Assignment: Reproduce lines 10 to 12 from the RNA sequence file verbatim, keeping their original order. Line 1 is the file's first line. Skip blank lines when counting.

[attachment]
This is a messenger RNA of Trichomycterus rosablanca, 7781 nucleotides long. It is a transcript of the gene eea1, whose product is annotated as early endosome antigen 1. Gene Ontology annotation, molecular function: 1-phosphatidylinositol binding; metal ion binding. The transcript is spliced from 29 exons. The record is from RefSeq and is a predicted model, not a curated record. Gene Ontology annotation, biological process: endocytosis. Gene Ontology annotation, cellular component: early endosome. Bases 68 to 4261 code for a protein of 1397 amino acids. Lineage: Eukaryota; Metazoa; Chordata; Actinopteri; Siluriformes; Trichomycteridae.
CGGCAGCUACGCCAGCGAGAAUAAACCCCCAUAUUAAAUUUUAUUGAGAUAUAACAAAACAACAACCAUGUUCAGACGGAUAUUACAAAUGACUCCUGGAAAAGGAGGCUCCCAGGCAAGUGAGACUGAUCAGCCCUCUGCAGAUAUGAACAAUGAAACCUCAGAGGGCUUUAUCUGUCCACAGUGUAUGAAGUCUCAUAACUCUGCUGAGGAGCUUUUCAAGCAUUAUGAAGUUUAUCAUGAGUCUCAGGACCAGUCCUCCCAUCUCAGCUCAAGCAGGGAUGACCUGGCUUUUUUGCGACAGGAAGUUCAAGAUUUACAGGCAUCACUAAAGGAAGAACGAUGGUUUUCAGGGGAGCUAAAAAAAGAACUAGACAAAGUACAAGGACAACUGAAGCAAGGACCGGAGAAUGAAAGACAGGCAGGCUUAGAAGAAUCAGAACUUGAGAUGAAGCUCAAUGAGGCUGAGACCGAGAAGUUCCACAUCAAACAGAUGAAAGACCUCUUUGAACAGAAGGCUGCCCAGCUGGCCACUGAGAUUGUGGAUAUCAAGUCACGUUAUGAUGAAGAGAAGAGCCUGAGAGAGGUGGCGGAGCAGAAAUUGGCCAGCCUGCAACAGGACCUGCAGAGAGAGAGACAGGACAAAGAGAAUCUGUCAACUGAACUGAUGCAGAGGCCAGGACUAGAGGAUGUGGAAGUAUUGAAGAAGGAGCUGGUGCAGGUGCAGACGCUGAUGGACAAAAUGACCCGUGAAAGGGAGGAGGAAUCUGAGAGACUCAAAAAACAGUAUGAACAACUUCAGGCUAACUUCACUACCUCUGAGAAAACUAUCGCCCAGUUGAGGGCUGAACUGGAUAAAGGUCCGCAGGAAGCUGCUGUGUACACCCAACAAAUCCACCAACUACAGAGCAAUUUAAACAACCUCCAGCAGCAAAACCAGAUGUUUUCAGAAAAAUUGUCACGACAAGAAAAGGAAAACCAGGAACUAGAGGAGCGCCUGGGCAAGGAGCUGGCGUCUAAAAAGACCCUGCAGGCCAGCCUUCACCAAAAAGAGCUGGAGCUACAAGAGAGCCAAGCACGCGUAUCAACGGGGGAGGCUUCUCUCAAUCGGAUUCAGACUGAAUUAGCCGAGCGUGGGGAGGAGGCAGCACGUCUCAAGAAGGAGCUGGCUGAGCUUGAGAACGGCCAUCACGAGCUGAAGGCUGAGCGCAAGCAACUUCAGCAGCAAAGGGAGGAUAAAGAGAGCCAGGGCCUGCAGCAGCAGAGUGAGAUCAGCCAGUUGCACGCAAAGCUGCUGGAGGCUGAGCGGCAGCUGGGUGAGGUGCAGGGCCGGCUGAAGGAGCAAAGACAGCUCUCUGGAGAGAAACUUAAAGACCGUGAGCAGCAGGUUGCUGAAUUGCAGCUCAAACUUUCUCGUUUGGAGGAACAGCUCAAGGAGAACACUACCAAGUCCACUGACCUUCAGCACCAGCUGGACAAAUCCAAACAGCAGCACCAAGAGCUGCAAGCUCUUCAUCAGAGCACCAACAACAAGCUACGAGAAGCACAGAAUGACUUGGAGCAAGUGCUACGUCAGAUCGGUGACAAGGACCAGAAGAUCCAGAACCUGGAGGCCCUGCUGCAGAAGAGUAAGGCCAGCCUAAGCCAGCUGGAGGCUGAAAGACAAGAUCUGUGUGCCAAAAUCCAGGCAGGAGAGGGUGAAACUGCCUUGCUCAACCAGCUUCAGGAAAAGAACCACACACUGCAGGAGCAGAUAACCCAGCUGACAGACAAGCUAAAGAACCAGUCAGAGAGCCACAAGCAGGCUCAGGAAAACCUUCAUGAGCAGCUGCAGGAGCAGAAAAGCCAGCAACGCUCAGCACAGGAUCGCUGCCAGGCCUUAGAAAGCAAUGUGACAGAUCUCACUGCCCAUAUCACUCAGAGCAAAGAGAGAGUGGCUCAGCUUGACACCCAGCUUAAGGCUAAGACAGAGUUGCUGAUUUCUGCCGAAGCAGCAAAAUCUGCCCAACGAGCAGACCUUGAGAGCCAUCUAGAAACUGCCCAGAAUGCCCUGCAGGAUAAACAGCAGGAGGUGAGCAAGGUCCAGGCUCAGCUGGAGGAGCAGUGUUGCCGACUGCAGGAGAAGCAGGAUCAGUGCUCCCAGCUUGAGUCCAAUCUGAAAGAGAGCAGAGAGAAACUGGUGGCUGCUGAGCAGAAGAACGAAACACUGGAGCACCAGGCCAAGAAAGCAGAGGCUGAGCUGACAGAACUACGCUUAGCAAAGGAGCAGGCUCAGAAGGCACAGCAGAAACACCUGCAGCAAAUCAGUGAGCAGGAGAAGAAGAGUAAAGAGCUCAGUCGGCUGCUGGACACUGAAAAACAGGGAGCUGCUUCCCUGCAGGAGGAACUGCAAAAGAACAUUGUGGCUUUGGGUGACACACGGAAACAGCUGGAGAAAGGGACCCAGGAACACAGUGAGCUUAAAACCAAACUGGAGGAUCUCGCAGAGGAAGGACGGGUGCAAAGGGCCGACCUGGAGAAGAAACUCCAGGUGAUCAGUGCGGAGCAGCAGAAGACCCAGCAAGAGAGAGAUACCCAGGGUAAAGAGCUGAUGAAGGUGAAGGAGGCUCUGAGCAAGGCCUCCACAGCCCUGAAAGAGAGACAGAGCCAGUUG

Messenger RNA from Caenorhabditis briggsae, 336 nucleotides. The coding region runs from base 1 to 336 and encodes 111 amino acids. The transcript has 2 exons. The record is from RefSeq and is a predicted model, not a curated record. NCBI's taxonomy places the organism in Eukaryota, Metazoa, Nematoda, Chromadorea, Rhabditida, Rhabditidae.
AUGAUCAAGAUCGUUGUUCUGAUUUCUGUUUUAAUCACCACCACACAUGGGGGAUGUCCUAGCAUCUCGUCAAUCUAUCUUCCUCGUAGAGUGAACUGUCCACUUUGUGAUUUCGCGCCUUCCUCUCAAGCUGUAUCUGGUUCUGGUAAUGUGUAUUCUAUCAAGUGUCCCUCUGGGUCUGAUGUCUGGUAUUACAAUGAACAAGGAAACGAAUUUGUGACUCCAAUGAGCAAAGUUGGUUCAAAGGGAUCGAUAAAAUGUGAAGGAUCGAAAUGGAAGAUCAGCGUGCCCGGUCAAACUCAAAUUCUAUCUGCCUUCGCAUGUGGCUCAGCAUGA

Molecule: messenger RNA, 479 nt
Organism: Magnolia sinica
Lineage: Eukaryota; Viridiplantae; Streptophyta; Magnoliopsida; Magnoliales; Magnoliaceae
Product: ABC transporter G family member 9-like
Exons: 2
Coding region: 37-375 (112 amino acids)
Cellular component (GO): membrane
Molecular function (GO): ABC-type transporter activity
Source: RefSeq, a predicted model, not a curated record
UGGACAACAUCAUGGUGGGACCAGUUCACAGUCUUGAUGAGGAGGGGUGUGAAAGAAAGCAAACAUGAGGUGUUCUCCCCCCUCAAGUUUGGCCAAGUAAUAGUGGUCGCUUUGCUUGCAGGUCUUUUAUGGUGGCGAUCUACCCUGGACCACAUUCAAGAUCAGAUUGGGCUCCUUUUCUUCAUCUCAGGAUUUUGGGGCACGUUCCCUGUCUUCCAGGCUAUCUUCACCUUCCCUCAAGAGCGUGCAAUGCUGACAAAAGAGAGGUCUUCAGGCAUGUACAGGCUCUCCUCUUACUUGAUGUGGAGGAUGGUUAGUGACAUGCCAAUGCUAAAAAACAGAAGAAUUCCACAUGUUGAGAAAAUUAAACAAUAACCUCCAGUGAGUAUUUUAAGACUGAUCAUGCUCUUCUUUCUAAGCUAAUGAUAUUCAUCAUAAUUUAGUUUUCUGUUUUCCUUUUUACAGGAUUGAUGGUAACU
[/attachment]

Coding region: 37-375 (112 amino acids)
Cellular component (GO): membrane
Molecular function (GO): ABC-type transporter activity